February 12, 2012

Yogi Master or Sexual Disaster?

I am so relieved in light of Yoga’s newest scandal that Yoga isn’t too mainstream.

I couldn’t handle turning on my T.V. for the next week or two only to hear sound bites from every news channels that announce,

John Friend. Yogi master or sexual disaster? 

No, I’m not talking about larger than life public figures like Tiger Woods, Larry King or Arnold Schwarzenegger. John Friend is just another male spiritual archetype who’s gotten a little stuck in his first and second chakras. Despite being the center of  the Yoga world’s version of some gossip-driven Political sex scandal, there have unfortunately been others before, Mr. Friend and I have no doubt there are more to come.

Just two years ago, the yoga teacher Steven Jon Roger was sentenced to jail for sexual misconduct in Colorado.  A few months ago, I received an email entitled “Please send your money to such-n-such yogi (no, I won’t reveal his name) so he can buy himself some shame”.  The email contained a well-known yogi instructor having sex on a pornographic website.

Decades ago we were reading about the rise and fall of Osho Rajneesh. Granted it was the 80’s and he was more of a spiritual leader than a Yogi, but the point I’m trying to make is the same. Surprise!

Spiritual “leaders” are human. Being human makes them fallible. Being fallible means we all need to take responsibility for our own adult actions.

Everyone involved in John’s scandalous world made a choice except in one area; his alleged freezing of people’s pensions (FYI, messing with people’s livelihood even by accident is never ideal). Besides John Friend, I have certainly heard firsthand accounts from close friends about the sexual misbehaviors of several male yoga teachers in my local community.

But what does it all mean? When do we begin to set rules? John Friend, the creator of Anusara Yoga, was accused of and apologized in a public interview about sexual misconduct with students, teachers and married women. The smoking and transportation of marijuana and the pension info has largely been ignored. People are more interested in sex scandals anyhow, right?

People do have the right to privacy.

I know, I know, hate me all you want. I really do feel that way. In a world driven by Google searches, Facebook, reality T.V. and Wikileaks, privacy has gotten lost for the bad and the good. People suddenly feel they are entitled to know everything about everyone.

Newsflash: you’re not. The day any of us start feeling entitled to anything is the day we are one step closer to becoming a glorified, spiritual guru who suffers from a severe case of narcissism.

When you choose a path (or whether that path chooses you) to become a spiritual mentor, your right to privacy changes. You are in a position of spiritual power, therefore you are held to higher moral standards. People have gifted you their trust and that gift must be treasured.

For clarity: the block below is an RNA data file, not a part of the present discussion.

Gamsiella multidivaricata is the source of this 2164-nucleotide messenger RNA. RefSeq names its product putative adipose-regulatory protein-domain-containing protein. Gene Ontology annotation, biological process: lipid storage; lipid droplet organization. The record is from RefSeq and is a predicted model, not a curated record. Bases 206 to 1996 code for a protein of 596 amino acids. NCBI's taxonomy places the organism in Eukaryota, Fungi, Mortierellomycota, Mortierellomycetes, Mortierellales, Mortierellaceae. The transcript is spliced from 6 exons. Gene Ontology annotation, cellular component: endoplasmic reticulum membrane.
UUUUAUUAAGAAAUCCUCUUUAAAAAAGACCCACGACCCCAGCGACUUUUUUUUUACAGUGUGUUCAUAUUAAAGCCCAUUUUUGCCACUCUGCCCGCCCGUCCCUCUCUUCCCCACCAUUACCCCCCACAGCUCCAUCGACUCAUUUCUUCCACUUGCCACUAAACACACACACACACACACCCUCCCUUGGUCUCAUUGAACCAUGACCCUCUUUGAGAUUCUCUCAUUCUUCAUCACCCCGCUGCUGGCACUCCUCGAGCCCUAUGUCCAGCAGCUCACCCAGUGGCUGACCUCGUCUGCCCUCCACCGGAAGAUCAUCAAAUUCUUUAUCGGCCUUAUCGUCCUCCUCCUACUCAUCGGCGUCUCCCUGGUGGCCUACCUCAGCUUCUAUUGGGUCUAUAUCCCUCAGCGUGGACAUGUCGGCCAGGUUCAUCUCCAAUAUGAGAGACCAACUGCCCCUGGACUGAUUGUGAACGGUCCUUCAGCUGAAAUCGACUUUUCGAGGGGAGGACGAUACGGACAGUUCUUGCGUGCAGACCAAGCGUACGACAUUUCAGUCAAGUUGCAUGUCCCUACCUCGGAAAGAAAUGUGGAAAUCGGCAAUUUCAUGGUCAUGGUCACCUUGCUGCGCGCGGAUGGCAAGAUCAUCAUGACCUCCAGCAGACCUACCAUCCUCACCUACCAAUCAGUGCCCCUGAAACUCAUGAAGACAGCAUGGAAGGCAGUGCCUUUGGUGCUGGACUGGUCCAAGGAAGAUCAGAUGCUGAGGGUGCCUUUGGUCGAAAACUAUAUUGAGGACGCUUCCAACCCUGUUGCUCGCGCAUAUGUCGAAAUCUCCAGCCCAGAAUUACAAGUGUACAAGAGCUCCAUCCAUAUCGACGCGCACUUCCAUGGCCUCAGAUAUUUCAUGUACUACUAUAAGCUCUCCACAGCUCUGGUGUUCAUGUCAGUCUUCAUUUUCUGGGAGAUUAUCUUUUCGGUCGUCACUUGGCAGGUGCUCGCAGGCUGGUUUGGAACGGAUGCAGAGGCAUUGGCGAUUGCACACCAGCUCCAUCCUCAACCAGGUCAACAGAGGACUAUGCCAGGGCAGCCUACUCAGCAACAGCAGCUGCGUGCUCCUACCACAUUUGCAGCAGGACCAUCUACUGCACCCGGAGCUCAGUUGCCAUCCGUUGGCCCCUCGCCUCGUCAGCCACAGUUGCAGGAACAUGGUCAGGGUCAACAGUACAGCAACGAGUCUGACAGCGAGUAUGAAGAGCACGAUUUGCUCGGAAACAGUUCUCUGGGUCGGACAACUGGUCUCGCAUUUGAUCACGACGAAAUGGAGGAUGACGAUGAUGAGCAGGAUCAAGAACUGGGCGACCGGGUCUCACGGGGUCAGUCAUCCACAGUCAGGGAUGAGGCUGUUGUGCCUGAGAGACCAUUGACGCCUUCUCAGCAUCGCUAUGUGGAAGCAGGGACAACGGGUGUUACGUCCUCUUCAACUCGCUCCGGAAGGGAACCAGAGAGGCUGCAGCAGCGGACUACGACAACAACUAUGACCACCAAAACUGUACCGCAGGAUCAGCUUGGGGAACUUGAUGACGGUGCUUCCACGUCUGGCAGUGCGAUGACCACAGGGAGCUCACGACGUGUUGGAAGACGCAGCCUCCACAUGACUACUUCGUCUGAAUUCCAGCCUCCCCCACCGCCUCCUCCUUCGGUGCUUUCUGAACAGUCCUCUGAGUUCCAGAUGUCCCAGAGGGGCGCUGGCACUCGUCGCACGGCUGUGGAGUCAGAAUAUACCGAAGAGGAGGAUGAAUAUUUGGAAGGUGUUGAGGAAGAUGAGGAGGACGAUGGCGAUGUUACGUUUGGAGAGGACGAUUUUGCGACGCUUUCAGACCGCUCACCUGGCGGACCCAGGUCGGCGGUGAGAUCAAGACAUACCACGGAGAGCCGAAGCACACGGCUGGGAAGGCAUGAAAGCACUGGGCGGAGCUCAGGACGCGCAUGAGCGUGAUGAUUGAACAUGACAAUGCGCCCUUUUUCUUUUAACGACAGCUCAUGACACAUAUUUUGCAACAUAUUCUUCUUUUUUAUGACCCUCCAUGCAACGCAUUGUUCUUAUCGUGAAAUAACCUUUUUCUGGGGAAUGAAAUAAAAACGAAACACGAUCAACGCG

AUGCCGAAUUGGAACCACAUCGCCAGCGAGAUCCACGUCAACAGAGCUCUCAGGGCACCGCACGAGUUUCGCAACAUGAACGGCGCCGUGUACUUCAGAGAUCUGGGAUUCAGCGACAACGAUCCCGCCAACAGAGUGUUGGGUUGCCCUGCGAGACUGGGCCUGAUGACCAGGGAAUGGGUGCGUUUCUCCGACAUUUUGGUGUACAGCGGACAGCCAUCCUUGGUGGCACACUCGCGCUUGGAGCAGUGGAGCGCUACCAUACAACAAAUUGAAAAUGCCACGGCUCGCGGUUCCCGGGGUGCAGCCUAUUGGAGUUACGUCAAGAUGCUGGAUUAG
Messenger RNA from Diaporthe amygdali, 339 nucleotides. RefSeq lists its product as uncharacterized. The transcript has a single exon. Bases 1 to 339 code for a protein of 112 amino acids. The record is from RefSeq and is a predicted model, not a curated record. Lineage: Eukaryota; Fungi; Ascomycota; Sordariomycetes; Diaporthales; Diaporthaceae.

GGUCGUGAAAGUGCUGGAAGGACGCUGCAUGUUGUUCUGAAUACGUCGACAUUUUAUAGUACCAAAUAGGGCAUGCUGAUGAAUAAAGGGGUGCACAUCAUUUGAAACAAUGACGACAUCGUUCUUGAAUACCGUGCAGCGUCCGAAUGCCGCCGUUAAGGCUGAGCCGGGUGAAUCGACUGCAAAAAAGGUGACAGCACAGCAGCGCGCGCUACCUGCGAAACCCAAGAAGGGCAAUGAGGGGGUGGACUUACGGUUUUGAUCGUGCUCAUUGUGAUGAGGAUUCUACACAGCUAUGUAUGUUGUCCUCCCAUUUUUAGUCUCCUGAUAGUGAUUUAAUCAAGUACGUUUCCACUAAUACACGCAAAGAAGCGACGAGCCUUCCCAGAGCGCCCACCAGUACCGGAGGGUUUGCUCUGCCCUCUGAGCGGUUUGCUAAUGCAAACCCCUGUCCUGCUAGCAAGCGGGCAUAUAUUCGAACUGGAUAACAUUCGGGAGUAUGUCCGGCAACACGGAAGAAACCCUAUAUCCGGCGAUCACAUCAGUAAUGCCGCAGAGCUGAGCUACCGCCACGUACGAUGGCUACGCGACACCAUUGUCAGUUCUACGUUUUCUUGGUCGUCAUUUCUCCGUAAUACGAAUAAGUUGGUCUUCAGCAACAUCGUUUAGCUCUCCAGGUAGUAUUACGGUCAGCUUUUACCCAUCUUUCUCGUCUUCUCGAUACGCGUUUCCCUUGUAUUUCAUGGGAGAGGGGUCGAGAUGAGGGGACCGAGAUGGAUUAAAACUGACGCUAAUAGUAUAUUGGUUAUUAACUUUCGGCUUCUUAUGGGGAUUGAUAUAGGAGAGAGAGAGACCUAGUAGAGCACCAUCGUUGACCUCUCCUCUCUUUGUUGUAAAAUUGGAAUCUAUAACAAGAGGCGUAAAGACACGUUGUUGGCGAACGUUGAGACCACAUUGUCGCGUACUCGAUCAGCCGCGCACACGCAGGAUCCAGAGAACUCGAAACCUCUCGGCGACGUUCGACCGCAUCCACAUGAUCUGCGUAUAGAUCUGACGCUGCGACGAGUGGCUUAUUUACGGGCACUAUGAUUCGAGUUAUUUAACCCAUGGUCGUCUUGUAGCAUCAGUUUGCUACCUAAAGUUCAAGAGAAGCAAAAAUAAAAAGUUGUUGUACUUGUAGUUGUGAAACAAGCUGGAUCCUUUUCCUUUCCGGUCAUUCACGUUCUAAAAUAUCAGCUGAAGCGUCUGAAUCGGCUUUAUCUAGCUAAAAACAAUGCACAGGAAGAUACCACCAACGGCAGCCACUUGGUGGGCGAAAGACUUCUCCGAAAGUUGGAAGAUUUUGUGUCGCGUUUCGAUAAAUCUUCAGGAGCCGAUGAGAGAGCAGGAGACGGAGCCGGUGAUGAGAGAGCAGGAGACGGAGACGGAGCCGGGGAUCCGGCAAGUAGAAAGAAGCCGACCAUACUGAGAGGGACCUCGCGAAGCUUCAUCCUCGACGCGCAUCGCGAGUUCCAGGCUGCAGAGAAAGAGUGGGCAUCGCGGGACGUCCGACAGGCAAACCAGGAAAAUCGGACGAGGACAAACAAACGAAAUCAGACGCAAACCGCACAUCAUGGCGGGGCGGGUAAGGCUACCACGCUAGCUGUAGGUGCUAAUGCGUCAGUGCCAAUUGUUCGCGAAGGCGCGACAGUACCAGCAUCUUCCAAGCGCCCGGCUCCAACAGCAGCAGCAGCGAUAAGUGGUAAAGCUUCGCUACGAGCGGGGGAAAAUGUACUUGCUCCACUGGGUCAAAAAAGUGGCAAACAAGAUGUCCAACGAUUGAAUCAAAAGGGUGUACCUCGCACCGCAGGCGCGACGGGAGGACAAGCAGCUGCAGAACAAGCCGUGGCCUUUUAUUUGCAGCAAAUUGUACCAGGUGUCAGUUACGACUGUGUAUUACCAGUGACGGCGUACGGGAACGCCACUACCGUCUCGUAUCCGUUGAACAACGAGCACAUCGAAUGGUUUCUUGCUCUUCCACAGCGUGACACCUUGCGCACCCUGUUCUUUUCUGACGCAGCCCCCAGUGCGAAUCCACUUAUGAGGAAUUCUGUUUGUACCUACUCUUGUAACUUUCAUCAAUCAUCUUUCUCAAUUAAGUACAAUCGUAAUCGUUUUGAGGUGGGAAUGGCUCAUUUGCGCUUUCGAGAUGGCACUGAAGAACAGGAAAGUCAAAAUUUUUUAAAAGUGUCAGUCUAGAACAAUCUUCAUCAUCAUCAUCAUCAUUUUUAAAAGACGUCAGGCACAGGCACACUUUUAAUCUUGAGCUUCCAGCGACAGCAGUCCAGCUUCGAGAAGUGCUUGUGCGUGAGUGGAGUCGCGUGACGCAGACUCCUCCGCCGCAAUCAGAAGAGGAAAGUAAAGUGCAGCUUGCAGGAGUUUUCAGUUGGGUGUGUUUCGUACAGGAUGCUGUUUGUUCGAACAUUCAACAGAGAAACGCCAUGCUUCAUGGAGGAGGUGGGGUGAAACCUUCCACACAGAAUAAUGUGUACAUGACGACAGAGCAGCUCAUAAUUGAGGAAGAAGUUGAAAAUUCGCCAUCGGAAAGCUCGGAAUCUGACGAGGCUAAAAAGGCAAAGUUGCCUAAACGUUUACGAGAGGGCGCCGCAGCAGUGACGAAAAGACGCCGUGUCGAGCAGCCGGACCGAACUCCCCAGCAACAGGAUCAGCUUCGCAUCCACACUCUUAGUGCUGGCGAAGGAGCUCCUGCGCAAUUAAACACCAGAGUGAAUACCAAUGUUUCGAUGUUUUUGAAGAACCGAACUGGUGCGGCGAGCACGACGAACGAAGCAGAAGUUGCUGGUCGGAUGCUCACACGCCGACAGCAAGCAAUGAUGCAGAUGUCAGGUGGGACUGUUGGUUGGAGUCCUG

Declaring in an online apology, “I do not use the term “Guru” to describe myself, and work hard to stay away from being so designated” after you’ve been caught with you hand in the cookie jar, is quite simply, a cop out.

Forgiveness while setting clear boundaries is the ideal way to heal from hurtful situations and to stop them from occurring again. My father recently said to me, “Boundaries are non-negotiable. People don’t have to like them, but they do have to respect them.”

Review the Yamas and Niyamas (code and ethics of yoga) because they can apply to your non-yogic life as well!

Awareness isn’t always pleasant, but it is purposeful for our growth.

Now, John, you are aware. We are aware. And I can not be your judge or jury. I’m just another Yogi with a laptop and an opinion.  And my opinion is, it’s not all about you. You are part of a much larger yoga community of which I am also teacher.  Albeit, I don’t teach Anusara. The question now becomes, what actions (not words) will you take to create a positive change for a Yoga community you had no intention of wounding? A community that allowed you to have the livelihood you’ve enjoyed thus far. A community you took for granted.

P.S . You may want to be very careful on your word choices at this moment in time. Asking people to get more intimate and closer with you after your sexual escapades is probably not the best choice!  

“For the community, my deepest hope is this brings us closer together, in a more intimate and honest conversation around life.” ~ John Friend

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